FIG. 2 is a flow chart 40 of the operational logic of the system with utilization of a button or momentary switch 11, with simple on/off control toggling. With the desired direction of the transmission gear 17 not being Forward at 18 a, the history flag is set to false and the power level is set to high. With the desired direction of the transmission gear 17 being Forward at 18 a, the operational logic then checks the automatic mode status at 18 b. With automatic mode status at 18 b being enabled and history flag at 18 c being false, history flag is then reset to true and the power level is set as being equal to table value from table 18. With automatic mode status at 18 b being disabled or history flag at 18 c being true, the operational logic checks for momentary switch 11 activation. This table value power level then contributes to the chosen final limit 41 as will be described. The chosen power limit 41 is a functionally combined power level of all the operational sources and is equal to the power level of only a single source.

When the momentary switch 11 is activated it toggles the engine power level between being set high or being equal to table value from Table 18, depending on which of the two had been used before the momentary switch 11 was activated (switches to the one which had not been previously used). Alternatively, if the switch 11 is an on/off toggle switch it always sets the power level being high when “Off” and always sets the power level being equal to table value from Table 18 when “On.” Table 18 has transmission output speed or any measurement of wheel or track speed as an input, with Table 18 output being an engine power limit before the rate limit is applied. Table 18 is represented by the graph of FIG. 4. The active power level (being set high or being equal to table value from Table 18) is provided as an input to rate limit 19, which in turn contributes to the chosen final power limit 41.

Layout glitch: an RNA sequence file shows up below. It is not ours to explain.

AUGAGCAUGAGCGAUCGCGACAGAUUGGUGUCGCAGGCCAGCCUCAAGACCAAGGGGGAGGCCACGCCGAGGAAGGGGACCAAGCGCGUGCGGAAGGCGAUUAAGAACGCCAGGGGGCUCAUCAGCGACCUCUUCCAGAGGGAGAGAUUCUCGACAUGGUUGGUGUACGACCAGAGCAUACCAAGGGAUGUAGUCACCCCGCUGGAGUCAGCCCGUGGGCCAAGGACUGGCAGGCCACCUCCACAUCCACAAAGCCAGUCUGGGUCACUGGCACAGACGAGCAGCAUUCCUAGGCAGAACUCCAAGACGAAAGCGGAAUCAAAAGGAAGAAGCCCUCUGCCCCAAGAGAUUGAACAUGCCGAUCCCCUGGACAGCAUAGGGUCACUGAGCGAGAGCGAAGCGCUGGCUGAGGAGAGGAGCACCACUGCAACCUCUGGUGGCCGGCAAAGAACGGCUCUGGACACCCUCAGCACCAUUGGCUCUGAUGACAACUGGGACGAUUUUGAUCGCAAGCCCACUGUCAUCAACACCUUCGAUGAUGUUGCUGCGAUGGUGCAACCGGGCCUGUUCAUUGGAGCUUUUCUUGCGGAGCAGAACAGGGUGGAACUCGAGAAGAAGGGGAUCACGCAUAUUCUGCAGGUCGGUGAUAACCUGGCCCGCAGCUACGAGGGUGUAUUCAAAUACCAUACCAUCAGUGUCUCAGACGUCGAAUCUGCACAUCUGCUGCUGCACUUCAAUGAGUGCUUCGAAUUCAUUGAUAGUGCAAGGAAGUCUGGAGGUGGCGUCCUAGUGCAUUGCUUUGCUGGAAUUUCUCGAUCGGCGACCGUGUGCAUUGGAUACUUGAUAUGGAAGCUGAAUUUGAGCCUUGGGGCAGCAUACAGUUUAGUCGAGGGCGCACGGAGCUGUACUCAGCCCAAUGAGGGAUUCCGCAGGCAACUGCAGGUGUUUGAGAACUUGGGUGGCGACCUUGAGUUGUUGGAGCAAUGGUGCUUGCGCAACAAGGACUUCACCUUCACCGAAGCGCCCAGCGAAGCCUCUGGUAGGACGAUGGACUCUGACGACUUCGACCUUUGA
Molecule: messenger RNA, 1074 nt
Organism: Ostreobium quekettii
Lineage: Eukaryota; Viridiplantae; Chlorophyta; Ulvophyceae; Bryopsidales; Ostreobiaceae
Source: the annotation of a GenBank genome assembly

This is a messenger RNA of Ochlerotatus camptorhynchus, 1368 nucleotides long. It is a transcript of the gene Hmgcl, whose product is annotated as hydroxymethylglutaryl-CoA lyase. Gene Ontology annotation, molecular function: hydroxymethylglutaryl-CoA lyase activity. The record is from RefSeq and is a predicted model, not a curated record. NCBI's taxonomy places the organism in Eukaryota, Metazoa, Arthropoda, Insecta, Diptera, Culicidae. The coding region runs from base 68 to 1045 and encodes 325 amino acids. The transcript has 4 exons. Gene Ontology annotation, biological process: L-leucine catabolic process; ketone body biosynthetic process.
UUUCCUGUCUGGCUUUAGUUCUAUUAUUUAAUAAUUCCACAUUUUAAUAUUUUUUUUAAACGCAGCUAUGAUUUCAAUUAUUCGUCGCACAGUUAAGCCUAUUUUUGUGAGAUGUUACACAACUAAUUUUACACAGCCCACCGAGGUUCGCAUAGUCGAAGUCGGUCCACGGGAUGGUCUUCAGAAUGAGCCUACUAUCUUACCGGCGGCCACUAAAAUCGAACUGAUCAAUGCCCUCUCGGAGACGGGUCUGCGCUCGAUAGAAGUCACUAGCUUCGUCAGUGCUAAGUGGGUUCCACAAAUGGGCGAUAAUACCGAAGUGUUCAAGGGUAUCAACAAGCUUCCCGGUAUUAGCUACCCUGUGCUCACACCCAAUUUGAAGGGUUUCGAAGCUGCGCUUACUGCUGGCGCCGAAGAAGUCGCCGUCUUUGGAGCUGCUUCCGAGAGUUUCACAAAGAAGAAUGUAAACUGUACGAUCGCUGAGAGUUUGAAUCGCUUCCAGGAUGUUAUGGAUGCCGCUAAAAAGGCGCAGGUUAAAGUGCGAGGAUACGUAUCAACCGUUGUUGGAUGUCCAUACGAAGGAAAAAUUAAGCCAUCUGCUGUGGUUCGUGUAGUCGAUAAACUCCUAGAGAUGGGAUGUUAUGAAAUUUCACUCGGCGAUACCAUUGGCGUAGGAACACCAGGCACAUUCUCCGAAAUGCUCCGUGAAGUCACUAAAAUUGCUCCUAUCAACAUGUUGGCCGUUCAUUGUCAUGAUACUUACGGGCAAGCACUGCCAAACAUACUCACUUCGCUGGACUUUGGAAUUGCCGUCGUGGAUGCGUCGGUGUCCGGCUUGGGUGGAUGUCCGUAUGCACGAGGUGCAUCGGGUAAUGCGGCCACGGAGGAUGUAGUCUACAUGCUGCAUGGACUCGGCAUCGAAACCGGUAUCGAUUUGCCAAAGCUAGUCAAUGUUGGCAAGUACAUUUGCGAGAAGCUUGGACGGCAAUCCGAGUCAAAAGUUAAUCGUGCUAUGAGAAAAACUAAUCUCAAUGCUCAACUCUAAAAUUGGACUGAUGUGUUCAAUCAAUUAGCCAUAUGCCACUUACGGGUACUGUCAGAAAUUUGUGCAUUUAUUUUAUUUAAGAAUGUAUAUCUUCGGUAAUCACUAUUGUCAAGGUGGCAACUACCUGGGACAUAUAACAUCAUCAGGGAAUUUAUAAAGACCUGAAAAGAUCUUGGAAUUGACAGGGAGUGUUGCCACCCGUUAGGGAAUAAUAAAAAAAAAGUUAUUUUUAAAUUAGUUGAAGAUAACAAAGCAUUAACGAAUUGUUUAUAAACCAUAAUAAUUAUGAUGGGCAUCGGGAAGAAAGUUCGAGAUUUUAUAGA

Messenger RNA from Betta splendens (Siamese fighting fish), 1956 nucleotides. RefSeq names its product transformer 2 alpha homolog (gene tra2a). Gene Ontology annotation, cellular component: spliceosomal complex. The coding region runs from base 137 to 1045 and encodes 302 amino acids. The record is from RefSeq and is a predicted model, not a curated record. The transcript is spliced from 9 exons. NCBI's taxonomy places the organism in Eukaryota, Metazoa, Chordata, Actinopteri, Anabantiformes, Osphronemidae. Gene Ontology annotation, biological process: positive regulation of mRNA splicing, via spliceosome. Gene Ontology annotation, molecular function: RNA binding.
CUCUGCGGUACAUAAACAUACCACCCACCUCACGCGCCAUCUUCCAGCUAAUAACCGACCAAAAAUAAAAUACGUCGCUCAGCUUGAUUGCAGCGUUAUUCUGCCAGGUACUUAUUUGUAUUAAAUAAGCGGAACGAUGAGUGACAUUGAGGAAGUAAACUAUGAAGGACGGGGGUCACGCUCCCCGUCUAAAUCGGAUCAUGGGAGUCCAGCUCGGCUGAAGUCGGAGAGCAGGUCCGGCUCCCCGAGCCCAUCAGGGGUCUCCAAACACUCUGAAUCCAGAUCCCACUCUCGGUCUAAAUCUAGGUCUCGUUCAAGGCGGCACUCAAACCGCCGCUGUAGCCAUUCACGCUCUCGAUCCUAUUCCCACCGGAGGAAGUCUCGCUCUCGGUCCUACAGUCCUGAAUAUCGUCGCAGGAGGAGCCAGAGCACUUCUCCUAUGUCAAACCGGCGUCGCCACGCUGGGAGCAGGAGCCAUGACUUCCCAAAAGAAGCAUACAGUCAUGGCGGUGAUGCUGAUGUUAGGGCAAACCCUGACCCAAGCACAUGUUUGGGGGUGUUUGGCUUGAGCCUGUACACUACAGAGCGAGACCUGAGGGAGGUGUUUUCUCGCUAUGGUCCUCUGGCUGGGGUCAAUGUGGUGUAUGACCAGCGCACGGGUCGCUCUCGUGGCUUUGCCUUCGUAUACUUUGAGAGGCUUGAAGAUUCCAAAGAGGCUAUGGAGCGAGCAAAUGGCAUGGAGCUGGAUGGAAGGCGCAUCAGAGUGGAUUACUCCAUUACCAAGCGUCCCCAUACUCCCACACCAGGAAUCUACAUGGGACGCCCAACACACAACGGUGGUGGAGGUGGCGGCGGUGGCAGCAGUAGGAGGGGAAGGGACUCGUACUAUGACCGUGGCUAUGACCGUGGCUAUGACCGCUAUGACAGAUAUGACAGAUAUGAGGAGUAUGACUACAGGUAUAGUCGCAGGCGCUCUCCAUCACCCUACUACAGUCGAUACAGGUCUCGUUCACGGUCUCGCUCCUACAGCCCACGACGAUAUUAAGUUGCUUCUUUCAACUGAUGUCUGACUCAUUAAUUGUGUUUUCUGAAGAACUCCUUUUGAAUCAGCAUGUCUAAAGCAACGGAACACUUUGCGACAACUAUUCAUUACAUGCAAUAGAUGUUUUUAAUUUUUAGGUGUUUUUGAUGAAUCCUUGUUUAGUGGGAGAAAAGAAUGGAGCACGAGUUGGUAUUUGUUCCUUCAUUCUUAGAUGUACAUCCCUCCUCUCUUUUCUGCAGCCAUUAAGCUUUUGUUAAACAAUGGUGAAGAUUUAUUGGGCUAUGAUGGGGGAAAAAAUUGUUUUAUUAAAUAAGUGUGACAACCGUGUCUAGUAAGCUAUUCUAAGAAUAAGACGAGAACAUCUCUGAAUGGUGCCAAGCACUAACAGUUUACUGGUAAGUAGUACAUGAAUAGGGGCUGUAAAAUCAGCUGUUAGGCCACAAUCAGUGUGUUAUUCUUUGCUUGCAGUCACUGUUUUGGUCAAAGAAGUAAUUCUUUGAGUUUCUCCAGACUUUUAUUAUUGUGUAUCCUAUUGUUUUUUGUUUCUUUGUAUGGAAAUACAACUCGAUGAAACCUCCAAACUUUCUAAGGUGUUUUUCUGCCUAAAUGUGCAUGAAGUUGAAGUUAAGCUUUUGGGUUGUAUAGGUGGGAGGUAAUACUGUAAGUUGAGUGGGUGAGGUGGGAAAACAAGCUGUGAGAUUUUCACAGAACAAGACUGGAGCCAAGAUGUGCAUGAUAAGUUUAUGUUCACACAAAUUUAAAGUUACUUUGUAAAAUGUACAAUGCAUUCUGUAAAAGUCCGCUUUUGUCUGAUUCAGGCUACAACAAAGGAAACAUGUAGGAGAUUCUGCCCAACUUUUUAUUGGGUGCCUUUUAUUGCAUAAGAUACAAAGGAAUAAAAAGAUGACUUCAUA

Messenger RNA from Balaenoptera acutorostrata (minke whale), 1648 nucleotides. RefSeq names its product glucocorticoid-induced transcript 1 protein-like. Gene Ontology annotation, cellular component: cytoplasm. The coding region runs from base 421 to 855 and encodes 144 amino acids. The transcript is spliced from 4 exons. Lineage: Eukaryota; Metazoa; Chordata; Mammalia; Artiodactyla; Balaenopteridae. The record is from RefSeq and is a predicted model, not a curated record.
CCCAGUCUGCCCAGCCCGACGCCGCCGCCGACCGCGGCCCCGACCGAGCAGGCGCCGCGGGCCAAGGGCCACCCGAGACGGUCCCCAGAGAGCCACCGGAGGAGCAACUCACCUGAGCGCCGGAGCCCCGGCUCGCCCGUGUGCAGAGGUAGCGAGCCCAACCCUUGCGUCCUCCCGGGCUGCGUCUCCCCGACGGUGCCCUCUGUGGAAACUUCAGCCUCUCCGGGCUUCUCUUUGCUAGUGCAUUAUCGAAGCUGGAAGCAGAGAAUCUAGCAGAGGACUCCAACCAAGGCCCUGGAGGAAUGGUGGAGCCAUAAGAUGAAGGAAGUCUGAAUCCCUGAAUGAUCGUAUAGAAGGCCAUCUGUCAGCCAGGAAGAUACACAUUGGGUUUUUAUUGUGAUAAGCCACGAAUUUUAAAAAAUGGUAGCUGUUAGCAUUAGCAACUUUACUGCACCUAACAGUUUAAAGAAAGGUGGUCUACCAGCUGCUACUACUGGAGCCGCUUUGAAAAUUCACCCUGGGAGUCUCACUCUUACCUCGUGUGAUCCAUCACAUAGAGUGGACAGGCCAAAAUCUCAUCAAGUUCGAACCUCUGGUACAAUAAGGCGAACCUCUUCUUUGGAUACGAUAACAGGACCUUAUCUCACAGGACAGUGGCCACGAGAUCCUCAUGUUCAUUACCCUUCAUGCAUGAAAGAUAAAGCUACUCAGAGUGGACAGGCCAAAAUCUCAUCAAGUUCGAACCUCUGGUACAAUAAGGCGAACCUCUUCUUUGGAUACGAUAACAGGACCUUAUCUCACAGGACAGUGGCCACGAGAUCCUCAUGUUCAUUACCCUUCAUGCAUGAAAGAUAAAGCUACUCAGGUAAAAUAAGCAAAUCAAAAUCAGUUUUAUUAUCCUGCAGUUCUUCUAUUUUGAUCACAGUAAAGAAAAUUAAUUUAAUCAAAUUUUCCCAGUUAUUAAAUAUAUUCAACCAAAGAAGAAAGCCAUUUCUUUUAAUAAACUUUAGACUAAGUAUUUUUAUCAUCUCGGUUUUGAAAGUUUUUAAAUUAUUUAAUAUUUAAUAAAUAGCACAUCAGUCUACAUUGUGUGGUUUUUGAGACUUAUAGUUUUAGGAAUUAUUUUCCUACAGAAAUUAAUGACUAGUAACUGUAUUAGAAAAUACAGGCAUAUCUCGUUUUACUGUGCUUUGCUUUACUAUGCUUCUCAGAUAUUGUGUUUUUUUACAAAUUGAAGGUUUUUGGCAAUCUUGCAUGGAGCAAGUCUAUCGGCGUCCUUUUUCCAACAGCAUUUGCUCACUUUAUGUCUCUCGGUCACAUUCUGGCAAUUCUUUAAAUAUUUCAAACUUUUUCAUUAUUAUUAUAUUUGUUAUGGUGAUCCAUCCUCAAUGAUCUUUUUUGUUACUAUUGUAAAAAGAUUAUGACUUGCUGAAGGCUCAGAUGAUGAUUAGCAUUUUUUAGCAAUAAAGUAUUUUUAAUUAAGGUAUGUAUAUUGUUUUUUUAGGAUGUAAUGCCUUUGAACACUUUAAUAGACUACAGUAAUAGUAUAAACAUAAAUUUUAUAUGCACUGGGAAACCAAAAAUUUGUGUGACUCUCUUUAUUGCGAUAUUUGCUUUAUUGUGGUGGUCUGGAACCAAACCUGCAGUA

As a separate optional component desired transmission ratio 22 a is operator controlled to provide via an input of table 26 a engine power limit to rate limit 27 a which in turn is another component of the chosen final power limit 41. The decel pedal position (determined by the amount of pedal depression) 22 b is associated with table 26 b to provide another engine power limit value to rate limit component 27 b for the final power limit 41 determination. Table 26 a has an input of desired transmission ratios and table 26 b has a different input of decel pedal position. Both tables 26 a and 26 b have outputs, of engine power limits for the particular inputs.

Power limit 41 chosen determination is supplied to a power source 50. Optional underspeed control 51, provides ratio command to transmission 52, through final drive ratio 53, which affects the speed of the tracks or wheels 54 of the vehicle. Without optional underspeed control 51, the power source 50 speed output would be reduced due to the reduced power output, which through the transmission 52 and final drive ratio 53 affects the speed of the tracks or wheels 54 of the vehicle (this is typical operation for torque converter transmission).